This argument further leads us to the role of emotions in leading the organizations and how leadership, coping with the emotions, can carve out success for the organization on the competitive arena. This also important because of the fact that following shame and other emotions, leadership can effectively help organizations to the face the reality not about themselves but of their competition too. The argument regarding the shame within the organizational context is also important in the sense that shame has the tendency to motivate organizations to hide their vulnerabilities therefore making them weaker by avoiding truth about themselves. A good leader therefore needs to have the guts and the courage to face reality about the present circumstances of the organization which he or she is leading.
The role of emotions and shame within the context of leadership therefore encompasses many different variables such as the role of the leader in organization and the personality of the leader and how the leadership can help achieve the realization for the organization to face the reality about itself. In order to explore the question of where does the leadership come from, it is necessary to understand the actual meaning and structure of leadership.
In psychology the phenomenon of leadership has traditionally been associated with in-group dynamics of social interactions. In any group, regardless of its size, members differ in their degree of social influence over one another: " the person who exerts the most influence on the rest of the group thus affecting group beliefs and behaviour is usually addressed as leader" (Hollander, 1985: 14).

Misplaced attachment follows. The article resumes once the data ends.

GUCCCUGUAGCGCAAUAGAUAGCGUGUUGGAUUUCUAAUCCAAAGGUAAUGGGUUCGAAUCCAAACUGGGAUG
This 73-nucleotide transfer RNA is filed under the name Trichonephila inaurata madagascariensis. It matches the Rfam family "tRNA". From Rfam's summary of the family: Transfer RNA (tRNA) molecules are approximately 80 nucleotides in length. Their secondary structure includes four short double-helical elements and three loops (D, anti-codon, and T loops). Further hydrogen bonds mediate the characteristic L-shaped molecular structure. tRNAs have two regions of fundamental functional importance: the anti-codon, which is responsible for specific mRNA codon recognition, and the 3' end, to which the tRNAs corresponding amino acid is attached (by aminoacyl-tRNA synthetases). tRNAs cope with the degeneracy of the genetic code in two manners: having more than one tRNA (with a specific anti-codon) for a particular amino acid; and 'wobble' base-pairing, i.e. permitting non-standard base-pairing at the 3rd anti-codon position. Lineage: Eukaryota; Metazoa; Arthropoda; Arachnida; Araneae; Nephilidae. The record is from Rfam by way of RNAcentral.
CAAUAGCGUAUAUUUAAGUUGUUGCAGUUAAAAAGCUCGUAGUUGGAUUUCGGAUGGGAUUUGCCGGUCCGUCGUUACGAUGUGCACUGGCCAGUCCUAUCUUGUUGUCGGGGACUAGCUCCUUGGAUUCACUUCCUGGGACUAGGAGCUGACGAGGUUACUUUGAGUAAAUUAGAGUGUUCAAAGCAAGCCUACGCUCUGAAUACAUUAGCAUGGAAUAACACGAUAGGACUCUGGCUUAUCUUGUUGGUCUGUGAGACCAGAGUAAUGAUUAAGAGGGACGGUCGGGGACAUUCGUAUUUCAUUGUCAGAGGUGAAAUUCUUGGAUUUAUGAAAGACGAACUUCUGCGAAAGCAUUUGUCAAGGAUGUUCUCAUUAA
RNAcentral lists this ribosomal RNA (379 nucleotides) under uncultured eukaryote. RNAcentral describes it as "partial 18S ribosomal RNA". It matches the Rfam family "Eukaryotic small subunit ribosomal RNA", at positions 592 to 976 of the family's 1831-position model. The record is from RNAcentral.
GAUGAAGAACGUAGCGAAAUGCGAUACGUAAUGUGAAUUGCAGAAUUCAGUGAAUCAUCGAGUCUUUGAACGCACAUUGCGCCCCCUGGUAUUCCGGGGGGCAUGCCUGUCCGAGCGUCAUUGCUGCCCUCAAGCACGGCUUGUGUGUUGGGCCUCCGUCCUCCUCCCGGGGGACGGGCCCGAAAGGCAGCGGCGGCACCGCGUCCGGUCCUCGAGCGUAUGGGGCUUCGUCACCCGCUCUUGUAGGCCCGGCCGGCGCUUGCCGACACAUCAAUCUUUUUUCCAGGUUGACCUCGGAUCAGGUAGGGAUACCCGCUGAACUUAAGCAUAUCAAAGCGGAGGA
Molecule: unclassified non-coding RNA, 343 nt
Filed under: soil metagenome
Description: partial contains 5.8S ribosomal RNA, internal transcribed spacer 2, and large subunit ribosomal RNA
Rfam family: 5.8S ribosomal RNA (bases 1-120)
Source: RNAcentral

This definition of leadership allows the reader to grasp the essence of leadership, but it is only one of the numerous of definitions that have been proposed in the literature. Thus, the second edition of The Handbook of Leadership by Bass lists more than 130 definitions of leadership (Bass, 1985: 12). Absence of agreement amongst the scholars is partially due to different methods employed to explore the phenomenon, partially due to the different objectives pursued by scholars who define leadership, and partially due to the variations in theoretical approaches. Thus, Bass (1985) specifies 13 major approaches: leadership as the focus of group processes, as personality attribute, as the art of inducing compliance, as an exercise of influence, as a particular kind of act or behaviour, as a form of persuasion, as a power relationship, as an instrument of goal achievement, as an emerging effect of group interaction ('leadership exists when it is acknowledged or conferred by other members of the group), as a differentiated role, as the initiation or maintenance of role structure, or as some combination of all these approaches (pp. 6-10).
One of the earliest approaches to understanding leadership was to search for personality traits that caused some people and not others to become leaders. As a result, early definitions (beginning and first half of the 20th century) tended to view leadership as an innate personal quality of the leader, in line with such highly individual qualities as sense of humour, persistence, or piety.
Following this tradition, researchers specified certain traits that made leaders. Some of these were